Reading is not as simple a task as it is assumed to be, especially by fluent readers. A struggling reader or a child with learning/ reading/ writing disability can testify to the fact that the job is hard learned and hard earned!
A few strategies make the task easier. These are simple to follow and quick to produce results.
Phonics still are the best method of 'breaking a child into a reading habit'. The early leveled readers usually have one to two words per page, and usually ten to twelve pages to a book. Each page would have one word change and follows the principle of repetition. The child who can decode the short 'a' sound and read 'cat' can read easily the word rat, and hat, and mat and so on...
Thus, a caring teacher or parent can even create a book with the help of the child using a short vowel sound. And create a story around the words in pictures. In order to keep the child interested, draw in outlines, keeping the illustrations simple. Encourage the child to start holding the crayon and colour the pictures. Read the words to the child once or even twice. Follow the thirty second principle. If you wait for just thirty seconds, your child may surprise you by reading the text himself!
Allow the child to make mistakes. Read together with the child a third or even a fourth time. And then, watch. Watch the child get the thrill of reading the first passage or the first book. And one that (s)he created on his/ her own. When my daughter read her first board book of animals, we celebrated with a dinner. And when my son read his first book, we celebrated with ice-cream and cake. His was a HOP ( Hooked On Phonics) book. They both remember the thrill to this day. What is more, I do, too.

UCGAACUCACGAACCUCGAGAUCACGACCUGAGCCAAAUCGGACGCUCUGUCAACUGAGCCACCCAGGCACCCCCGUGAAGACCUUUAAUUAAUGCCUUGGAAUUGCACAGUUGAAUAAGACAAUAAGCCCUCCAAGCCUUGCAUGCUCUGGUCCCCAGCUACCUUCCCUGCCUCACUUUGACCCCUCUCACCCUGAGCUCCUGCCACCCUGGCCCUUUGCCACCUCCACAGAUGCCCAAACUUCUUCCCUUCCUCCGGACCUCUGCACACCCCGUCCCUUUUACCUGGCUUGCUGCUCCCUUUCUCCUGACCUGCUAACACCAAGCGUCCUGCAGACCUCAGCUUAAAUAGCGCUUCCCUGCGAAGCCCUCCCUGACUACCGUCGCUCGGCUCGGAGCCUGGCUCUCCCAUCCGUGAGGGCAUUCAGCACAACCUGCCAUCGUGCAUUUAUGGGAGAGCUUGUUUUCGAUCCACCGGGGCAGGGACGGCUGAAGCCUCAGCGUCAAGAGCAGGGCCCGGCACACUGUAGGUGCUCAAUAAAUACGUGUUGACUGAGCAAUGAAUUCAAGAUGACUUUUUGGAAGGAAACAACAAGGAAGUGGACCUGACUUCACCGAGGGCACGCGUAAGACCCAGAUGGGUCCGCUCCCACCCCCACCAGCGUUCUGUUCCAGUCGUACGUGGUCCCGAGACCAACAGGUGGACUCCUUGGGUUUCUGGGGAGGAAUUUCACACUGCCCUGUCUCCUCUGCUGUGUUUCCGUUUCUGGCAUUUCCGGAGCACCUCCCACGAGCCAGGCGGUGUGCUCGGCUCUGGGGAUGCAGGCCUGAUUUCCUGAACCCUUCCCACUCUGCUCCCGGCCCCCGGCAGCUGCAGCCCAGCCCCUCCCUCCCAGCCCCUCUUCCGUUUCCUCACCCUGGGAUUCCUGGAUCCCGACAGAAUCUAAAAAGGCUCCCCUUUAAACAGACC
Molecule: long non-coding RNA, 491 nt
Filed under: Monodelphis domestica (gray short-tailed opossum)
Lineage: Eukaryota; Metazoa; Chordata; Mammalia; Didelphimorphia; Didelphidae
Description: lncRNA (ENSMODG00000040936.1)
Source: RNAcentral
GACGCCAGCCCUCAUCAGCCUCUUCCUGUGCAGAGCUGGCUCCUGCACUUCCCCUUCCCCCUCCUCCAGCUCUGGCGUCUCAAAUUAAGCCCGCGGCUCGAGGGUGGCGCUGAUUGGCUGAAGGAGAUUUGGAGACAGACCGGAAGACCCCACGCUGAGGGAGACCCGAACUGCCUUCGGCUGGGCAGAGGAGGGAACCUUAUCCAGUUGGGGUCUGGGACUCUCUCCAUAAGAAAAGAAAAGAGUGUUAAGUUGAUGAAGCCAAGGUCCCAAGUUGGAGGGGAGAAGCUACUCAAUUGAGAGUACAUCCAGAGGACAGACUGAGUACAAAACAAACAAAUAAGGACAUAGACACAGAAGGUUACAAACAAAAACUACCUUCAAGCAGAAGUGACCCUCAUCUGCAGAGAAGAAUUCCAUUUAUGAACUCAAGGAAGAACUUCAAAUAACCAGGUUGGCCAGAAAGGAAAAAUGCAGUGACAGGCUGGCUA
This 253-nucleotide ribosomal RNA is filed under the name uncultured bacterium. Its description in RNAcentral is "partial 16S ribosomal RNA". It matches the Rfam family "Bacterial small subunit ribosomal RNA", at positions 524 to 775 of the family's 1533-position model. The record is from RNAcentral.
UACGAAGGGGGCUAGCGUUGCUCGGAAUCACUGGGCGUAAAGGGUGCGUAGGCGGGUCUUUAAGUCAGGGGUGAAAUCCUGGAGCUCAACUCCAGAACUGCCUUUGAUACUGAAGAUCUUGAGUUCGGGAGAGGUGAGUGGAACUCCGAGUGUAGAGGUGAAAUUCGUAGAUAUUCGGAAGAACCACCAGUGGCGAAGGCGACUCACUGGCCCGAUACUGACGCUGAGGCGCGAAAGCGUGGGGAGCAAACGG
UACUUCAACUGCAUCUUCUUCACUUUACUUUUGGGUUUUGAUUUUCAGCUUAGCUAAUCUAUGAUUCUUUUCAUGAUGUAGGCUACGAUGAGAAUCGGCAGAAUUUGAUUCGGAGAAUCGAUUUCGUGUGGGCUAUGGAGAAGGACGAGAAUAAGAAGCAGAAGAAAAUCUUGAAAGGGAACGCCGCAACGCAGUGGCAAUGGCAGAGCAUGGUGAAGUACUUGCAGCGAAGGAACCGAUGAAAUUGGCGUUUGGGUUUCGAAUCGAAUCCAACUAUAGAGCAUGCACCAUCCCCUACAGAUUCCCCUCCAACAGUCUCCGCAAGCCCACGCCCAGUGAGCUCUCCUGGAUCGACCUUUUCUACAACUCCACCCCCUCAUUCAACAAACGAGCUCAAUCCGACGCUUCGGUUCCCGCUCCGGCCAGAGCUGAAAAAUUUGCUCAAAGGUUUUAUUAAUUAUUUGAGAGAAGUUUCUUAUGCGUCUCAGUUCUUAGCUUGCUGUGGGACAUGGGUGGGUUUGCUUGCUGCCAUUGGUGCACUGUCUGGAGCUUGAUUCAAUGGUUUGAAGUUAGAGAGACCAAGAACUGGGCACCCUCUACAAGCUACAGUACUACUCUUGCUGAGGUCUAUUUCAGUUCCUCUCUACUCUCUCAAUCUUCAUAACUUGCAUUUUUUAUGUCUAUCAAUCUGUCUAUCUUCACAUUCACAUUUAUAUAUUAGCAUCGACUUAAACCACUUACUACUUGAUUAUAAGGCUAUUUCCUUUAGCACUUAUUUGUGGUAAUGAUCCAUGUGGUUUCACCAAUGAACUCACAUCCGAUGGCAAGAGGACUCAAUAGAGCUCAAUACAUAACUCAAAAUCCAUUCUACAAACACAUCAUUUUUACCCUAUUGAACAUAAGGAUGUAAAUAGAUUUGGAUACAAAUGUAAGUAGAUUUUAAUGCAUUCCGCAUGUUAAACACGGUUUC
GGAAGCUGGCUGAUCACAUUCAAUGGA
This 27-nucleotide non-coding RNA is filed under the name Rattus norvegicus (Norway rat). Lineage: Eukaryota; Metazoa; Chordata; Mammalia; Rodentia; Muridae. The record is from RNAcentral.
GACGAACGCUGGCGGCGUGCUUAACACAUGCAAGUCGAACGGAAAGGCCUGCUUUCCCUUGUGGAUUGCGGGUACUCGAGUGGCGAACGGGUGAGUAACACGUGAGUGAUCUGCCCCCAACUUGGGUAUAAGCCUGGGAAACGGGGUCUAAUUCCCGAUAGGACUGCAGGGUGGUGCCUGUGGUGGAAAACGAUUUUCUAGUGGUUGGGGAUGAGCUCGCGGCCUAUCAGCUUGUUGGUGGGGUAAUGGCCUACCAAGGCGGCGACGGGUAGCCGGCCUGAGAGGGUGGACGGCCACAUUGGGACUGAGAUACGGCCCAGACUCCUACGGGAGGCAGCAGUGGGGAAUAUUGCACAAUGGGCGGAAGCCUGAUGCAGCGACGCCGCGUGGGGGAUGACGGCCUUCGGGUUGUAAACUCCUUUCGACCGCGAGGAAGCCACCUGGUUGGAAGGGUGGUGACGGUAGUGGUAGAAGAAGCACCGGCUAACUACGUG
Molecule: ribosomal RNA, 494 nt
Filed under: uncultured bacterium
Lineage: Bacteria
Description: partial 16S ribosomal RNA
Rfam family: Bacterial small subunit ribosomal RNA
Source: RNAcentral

Incidentally, HOP is an excellent programme that literally takes the child from mat to mate to material.
It is best to start with letter recognition and do it with letter sounds rather than letter names. The reading in sounds, then comes easy. This builds sound circuits and memories.
The next step is to start teaching the short vowel sounds- sequentially. This would mean some time to be exclusively spent on cat, bat, mat etc. Teaching bet, let, ten, hen pen would come next. Then, would follow the sound 'i' as in igloo to reinforce bin, tin, pin, pig, bit etc. 'O' can then be introduced in pot, lot, cot. And finally, 'u', as in bun, but, hum, hut.
The short vowel sounds make initial reading fun and rhythmic. The memory circuits so established are strong foundations to build on later. These early exercises also can be made even more exciting by introducing nursery rhymes or Mother Goose or even songs that children can relate to.
Same language texting goes a long way in promoting literacy in those who know the songs and then are shown the lyrics. This only requires a good memory for the song or poem and a basic letter recognition so that the child can make out the sound of a written beginning and associate it to the memorized word.
Reading fluency develops rapidly after the initial work is done. It is surprising how easy it becomes to move from an early decoder to fluent reader. It only requires patience in the initial stages. Next battle to be won is that of comprehension. It might surprise some parents that their fluent reader child does not understand or remember what he has read only a few moments ago.
That requires special strategies to build comprehension.